I’ve been inspired for writing this article because of the news I read today – about (another) chief GUI architect leaving Unity Technologies.
The last architect was the NGUI developer (NGUI is the Asset Store bestseller).
Users are asking questions like: “What’s happening with Unity? Why such delays?”
Since I’m involved with GUI development for years, I believe I know GUI internals enough to have a feeling about what’s going on.
So hoping to explain (from my perspective) what could have happened with the creation of their GUI system and why it is so lengthy (and auto-destructive) process.
“Let’s scrap it!”
I’m wondering what will the next Unite (2014) GUI presentation look like.
Will the system being presented remain the current one?
Will the current system be scrapped in favor of starting from scratch?
Will a new chief architect be introduced?
Or maybe the acquisition of another GUI system?
Nobody knows for sure.
However, IMHO no ACS type-of GUIs could ever result in a strong, elegant and robust system that GUI developers use with non-gaming related platforms.
ACS: the Atlas-Collider-Script approach
In 3D game programming you clearly need to:
1. render your game objects
2. check for collisions between them
3. interact with them (touch, mouse, keyboard)
So – naturally – this is the shortest route that many people are taking for displaying their interactive 2D assets on screen.
The consequence of this approach is a number of GUI frameworks for Unity being focused around these issues.
A – Atlas
These type of systems usually focus on the texture atlas as a method of getting the minimal draw call count out of the system.
Since this is the greatest bottleneck of the current system (UnityGUI), it feels like a top priority often categorizing the system as “usable” (at least for some platforms).
C – Collider
Then, they are using colliders for interaction detection.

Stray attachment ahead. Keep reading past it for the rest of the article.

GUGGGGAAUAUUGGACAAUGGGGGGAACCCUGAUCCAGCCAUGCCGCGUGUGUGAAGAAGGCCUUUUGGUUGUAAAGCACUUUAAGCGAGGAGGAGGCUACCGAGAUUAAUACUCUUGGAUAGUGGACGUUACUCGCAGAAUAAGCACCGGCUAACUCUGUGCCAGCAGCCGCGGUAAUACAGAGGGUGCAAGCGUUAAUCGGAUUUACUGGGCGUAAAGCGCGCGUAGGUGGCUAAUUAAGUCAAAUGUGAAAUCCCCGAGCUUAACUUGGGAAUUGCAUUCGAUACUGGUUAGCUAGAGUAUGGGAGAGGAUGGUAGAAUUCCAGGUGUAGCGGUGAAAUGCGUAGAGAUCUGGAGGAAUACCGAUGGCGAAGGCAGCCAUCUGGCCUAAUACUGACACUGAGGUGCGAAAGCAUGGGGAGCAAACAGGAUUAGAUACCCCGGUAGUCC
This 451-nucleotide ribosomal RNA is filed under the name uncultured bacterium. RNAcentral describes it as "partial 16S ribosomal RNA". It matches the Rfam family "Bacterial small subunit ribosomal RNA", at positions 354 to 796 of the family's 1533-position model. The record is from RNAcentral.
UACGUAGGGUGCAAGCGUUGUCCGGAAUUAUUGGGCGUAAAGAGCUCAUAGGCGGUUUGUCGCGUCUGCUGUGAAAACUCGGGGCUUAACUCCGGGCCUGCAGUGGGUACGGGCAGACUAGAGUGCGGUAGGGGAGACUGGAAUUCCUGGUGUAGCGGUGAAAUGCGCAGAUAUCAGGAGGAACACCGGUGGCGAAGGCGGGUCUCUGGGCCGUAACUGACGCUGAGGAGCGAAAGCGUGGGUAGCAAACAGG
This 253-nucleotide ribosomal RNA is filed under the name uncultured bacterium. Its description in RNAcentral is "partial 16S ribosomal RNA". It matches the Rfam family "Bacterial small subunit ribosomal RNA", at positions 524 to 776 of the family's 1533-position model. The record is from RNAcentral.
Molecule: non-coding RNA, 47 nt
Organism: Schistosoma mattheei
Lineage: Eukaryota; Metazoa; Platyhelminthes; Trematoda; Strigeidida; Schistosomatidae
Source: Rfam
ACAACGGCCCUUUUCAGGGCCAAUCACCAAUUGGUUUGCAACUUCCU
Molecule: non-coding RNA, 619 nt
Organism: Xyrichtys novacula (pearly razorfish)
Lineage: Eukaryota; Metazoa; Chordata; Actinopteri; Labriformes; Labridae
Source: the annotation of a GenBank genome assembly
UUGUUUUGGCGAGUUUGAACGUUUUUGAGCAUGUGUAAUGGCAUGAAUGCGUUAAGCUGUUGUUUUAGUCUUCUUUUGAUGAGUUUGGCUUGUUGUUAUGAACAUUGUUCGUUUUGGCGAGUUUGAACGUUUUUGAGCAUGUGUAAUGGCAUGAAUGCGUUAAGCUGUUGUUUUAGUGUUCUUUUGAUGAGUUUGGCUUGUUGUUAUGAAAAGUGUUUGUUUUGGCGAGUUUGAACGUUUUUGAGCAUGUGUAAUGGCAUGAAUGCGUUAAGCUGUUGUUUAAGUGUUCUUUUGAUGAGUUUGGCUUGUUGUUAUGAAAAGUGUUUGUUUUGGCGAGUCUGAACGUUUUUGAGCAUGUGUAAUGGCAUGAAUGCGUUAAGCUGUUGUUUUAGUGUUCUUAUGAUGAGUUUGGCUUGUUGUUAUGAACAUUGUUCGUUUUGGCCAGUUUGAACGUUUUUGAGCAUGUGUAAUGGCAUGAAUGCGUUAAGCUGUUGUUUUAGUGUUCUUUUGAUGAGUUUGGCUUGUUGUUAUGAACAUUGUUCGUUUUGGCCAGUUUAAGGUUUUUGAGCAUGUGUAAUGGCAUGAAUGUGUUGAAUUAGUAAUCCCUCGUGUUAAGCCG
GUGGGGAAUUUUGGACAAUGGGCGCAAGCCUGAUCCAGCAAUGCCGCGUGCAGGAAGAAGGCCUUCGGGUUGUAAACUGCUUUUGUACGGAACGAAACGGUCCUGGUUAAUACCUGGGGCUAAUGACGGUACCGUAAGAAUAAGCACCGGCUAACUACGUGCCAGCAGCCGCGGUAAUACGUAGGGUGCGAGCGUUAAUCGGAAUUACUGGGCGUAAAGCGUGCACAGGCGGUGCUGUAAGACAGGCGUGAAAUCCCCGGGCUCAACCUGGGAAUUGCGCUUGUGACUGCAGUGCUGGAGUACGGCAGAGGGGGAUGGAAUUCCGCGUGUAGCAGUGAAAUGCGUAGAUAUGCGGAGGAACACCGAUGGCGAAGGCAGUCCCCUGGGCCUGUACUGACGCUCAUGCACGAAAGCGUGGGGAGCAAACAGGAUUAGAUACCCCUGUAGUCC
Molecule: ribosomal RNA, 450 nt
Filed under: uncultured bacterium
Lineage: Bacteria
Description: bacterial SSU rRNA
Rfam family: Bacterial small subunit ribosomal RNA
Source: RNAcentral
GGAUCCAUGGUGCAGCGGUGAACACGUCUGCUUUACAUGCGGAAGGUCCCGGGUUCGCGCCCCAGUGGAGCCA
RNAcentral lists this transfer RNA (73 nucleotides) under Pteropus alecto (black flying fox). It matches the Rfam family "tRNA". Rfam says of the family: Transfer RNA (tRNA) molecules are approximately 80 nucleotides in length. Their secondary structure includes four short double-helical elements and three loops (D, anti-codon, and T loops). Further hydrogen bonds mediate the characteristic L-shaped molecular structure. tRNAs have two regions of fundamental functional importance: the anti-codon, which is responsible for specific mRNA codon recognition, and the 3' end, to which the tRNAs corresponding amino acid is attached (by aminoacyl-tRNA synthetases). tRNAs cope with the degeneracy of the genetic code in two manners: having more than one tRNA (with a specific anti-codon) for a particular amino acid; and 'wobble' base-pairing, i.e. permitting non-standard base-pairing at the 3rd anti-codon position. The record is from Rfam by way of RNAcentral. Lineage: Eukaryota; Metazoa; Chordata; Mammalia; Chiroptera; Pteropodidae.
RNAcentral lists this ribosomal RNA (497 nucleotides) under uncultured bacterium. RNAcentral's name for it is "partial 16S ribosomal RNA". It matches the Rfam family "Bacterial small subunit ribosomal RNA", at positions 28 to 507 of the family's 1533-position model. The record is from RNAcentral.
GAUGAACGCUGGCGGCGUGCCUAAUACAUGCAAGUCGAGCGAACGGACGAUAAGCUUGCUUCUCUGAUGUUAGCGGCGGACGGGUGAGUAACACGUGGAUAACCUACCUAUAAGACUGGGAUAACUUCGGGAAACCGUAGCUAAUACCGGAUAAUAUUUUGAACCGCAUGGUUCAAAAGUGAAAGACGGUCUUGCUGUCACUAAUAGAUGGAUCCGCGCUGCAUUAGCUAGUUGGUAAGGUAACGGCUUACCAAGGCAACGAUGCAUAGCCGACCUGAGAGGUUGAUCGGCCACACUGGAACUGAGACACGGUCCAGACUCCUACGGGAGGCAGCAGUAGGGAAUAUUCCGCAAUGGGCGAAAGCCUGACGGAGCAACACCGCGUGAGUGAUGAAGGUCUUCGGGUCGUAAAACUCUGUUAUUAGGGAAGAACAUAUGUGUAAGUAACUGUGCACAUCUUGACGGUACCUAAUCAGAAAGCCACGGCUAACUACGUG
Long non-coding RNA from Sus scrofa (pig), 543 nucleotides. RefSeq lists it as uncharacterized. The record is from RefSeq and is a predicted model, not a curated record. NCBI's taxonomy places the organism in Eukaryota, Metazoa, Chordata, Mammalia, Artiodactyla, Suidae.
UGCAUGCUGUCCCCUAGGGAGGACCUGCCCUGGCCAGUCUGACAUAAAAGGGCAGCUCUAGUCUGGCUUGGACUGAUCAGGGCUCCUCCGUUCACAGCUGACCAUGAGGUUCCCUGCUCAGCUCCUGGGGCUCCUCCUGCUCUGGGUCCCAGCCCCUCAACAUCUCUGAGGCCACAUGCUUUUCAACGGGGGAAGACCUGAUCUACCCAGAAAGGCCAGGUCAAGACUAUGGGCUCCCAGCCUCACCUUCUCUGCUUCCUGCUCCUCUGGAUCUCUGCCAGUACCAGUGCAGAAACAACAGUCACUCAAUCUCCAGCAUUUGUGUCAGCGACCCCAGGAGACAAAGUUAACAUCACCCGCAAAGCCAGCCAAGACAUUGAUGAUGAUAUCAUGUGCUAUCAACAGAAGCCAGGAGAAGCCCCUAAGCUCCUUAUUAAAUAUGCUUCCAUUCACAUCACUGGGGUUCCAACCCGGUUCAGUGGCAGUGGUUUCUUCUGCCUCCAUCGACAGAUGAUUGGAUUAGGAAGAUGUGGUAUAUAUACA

Although it looks very natural to use colliders in the game engine (they can handle all the “weird” angles and component shapes, even in 3D), it’s really the overkill because each of your GUI elements doesn’t need to be tested for collisions (there are more optimized ways for handling this problem).
S – Script
The third component to this approach is a script – or better: scripts.
Multiple scripts are attached to a game object (having a main component script already attached), each of which is supposed to add a certain behaviour to component itself.
However, although it seems to be the natural coding approach for games, it isn’t necessary the best approach for building a GUI framework.
However, I find this as a pretty naive approach to building a GUI system.
Simply because the interaction between GUI components, their children and siblings is of a magnitude greater than the ACS approach could handle.
Don’t get me wrong: ACS is great for low-level rendering, but there is a much “bigger picture” behind a GUI framework that must be handled by layers on top of the rendering layer.
The rendering layer is perhaps less than 30% of the complete GUI system (for comparison, take a look at the size of Flex framework compared to the size of Flash Player).
Glamour and shine
Shaders, glows, bangs and explositons… these eye-candies surely look nice with in-game GUIs.
But, the question is: are they adding the real value to the core of the GUI system?